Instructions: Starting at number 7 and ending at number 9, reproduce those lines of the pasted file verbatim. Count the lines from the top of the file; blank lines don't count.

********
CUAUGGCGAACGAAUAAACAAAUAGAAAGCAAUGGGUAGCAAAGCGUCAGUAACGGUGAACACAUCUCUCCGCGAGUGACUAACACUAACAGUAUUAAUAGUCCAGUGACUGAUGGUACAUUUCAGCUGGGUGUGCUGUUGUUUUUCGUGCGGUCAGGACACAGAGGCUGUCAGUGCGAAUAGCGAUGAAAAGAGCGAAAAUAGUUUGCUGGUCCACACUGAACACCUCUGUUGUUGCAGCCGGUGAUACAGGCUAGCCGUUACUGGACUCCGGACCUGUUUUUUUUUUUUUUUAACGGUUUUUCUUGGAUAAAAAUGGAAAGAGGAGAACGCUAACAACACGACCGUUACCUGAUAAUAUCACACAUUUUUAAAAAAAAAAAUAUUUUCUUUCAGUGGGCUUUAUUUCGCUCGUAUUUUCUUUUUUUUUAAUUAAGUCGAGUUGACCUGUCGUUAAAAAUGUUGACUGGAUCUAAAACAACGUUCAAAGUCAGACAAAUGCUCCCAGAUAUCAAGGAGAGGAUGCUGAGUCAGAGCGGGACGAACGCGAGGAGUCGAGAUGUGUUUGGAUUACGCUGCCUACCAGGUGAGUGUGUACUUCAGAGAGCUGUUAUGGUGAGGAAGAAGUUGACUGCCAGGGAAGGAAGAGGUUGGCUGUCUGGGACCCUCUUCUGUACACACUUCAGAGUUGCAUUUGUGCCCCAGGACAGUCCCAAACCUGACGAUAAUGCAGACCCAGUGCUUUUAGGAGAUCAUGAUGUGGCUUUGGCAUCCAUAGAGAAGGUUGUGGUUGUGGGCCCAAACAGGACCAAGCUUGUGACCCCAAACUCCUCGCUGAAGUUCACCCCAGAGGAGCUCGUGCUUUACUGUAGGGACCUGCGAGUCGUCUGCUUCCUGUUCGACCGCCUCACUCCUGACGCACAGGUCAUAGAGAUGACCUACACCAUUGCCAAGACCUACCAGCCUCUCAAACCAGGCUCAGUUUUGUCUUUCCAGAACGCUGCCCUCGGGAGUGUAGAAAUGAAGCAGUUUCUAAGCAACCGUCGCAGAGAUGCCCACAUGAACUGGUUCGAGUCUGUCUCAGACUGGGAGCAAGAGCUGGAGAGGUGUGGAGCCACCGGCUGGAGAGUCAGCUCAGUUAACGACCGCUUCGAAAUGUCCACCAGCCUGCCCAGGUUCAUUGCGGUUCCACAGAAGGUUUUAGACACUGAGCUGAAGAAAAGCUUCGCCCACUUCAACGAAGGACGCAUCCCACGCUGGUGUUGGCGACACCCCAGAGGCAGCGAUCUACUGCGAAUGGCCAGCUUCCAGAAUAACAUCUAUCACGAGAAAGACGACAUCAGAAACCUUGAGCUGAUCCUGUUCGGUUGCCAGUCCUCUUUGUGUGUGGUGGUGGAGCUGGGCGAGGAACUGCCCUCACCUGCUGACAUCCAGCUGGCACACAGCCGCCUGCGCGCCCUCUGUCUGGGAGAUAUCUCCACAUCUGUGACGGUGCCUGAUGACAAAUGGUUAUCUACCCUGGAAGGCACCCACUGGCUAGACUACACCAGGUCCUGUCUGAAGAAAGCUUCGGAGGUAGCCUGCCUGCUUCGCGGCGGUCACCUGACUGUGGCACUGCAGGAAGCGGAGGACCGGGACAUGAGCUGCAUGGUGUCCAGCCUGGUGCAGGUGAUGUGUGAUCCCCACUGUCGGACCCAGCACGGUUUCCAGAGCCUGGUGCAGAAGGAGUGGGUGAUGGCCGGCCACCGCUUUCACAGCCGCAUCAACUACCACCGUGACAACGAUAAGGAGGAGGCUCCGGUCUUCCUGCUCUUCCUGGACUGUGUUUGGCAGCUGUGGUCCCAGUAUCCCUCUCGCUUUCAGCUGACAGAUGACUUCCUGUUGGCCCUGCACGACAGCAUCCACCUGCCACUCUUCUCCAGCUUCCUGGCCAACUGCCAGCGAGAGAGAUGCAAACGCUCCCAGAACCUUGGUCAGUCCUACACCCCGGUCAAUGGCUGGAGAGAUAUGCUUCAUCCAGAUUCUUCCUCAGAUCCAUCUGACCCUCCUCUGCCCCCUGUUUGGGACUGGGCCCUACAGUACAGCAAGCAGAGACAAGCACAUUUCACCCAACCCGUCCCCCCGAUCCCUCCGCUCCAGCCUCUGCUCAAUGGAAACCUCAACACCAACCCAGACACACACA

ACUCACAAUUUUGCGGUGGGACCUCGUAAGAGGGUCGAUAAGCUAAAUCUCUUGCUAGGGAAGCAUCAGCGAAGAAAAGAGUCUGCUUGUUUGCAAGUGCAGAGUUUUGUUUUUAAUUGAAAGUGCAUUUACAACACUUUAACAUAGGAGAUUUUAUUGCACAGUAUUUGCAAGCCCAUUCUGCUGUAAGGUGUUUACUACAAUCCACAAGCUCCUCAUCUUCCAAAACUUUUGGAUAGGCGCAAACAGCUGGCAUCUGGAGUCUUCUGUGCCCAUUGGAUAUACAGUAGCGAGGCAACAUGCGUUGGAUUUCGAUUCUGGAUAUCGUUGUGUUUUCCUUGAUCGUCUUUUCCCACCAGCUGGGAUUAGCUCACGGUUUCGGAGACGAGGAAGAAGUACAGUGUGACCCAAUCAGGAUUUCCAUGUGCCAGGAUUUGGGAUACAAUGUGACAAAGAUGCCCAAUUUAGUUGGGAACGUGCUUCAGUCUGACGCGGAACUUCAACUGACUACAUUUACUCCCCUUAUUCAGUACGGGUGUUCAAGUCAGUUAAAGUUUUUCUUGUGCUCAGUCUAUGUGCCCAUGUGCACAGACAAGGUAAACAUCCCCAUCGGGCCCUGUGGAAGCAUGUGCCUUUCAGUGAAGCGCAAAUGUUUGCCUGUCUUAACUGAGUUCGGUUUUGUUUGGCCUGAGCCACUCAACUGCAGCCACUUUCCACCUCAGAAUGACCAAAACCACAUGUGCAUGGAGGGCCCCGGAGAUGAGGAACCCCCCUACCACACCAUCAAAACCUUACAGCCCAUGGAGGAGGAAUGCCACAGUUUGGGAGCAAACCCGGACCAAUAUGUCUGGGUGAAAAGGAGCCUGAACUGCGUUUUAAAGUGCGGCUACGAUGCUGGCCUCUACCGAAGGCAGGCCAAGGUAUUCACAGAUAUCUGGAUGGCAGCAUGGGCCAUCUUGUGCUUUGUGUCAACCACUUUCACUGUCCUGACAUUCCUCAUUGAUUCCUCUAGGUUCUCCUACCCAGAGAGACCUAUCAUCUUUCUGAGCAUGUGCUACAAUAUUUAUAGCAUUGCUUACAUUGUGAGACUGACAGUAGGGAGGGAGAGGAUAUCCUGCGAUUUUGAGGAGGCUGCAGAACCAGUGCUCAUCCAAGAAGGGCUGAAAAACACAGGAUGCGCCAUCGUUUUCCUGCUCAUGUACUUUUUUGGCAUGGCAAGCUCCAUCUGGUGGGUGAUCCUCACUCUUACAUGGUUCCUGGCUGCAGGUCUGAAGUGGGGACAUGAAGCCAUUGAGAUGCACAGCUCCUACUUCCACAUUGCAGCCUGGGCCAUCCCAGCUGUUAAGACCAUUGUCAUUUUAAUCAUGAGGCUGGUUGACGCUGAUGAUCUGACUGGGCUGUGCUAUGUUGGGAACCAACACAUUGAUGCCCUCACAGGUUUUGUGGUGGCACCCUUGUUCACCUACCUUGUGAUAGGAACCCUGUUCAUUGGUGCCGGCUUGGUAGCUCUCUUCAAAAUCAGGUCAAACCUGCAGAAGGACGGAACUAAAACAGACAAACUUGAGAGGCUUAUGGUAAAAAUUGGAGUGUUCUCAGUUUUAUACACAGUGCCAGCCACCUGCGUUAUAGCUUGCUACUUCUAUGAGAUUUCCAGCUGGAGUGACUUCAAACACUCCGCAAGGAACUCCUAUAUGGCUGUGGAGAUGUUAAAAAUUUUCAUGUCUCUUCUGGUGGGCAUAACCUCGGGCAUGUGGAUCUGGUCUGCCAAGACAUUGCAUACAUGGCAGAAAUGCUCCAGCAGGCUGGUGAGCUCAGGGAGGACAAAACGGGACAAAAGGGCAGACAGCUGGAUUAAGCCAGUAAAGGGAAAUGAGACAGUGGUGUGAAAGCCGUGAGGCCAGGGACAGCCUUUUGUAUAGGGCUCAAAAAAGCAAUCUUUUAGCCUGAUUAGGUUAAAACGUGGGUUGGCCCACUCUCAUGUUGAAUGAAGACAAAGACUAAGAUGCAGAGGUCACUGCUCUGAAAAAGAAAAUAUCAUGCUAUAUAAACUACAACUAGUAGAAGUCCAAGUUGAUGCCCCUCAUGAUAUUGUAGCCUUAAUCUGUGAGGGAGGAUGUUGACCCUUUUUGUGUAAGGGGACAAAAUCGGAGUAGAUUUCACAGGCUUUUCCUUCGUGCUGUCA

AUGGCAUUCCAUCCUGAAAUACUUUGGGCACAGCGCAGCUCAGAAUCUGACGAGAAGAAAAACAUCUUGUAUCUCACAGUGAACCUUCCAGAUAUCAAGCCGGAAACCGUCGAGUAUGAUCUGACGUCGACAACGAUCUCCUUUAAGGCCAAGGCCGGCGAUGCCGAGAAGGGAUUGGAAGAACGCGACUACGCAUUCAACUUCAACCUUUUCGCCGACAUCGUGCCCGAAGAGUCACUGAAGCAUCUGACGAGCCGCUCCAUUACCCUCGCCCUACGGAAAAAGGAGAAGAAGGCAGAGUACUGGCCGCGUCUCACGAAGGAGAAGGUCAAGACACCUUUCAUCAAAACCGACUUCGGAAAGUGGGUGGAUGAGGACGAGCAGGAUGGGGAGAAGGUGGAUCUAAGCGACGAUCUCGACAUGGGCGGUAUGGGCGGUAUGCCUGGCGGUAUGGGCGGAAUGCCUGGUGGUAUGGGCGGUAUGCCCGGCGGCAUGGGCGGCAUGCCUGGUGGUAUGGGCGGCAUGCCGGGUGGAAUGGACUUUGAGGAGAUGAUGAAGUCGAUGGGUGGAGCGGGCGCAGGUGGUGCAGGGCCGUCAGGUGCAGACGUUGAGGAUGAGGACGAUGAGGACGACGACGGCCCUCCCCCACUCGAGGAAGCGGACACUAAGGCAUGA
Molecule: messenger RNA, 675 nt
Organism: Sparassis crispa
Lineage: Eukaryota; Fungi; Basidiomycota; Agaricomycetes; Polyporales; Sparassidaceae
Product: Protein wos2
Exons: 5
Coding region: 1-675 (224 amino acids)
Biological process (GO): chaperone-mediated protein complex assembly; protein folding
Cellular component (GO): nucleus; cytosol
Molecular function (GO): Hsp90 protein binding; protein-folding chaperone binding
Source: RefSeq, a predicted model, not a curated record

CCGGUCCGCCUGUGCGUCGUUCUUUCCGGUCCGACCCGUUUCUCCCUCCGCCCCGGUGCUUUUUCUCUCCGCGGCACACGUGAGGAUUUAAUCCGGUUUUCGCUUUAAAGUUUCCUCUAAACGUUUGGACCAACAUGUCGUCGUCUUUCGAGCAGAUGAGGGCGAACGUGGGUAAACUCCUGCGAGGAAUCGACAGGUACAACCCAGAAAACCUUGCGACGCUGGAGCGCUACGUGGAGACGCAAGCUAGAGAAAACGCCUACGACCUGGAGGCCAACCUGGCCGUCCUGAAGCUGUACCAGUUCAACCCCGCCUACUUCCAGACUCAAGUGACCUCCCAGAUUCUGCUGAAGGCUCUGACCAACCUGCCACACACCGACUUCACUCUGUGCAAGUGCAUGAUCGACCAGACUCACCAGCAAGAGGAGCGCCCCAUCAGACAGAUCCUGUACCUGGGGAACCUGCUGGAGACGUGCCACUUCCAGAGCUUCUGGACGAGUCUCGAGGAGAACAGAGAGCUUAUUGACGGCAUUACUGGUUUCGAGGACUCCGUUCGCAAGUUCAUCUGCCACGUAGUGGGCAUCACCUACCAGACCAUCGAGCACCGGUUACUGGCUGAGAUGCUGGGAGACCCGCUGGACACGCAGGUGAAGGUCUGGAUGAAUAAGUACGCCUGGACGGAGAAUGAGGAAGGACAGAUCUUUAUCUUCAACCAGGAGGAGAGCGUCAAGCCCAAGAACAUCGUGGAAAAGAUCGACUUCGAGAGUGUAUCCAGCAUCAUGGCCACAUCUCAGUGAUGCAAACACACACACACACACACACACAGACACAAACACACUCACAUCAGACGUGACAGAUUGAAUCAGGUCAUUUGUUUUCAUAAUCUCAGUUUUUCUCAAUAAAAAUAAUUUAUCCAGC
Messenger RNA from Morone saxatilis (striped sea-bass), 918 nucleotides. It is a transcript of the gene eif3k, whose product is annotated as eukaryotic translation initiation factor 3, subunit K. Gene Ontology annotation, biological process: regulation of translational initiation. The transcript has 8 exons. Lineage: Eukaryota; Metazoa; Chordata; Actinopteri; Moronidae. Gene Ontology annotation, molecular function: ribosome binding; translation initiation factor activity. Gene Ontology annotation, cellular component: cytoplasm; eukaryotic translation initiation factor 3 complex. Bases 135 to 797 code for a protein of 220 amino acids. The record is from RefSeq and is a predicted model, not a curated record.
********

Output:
Product: Protein wos2
Exons: 5
Coding region: 1-675 (224 amino acids)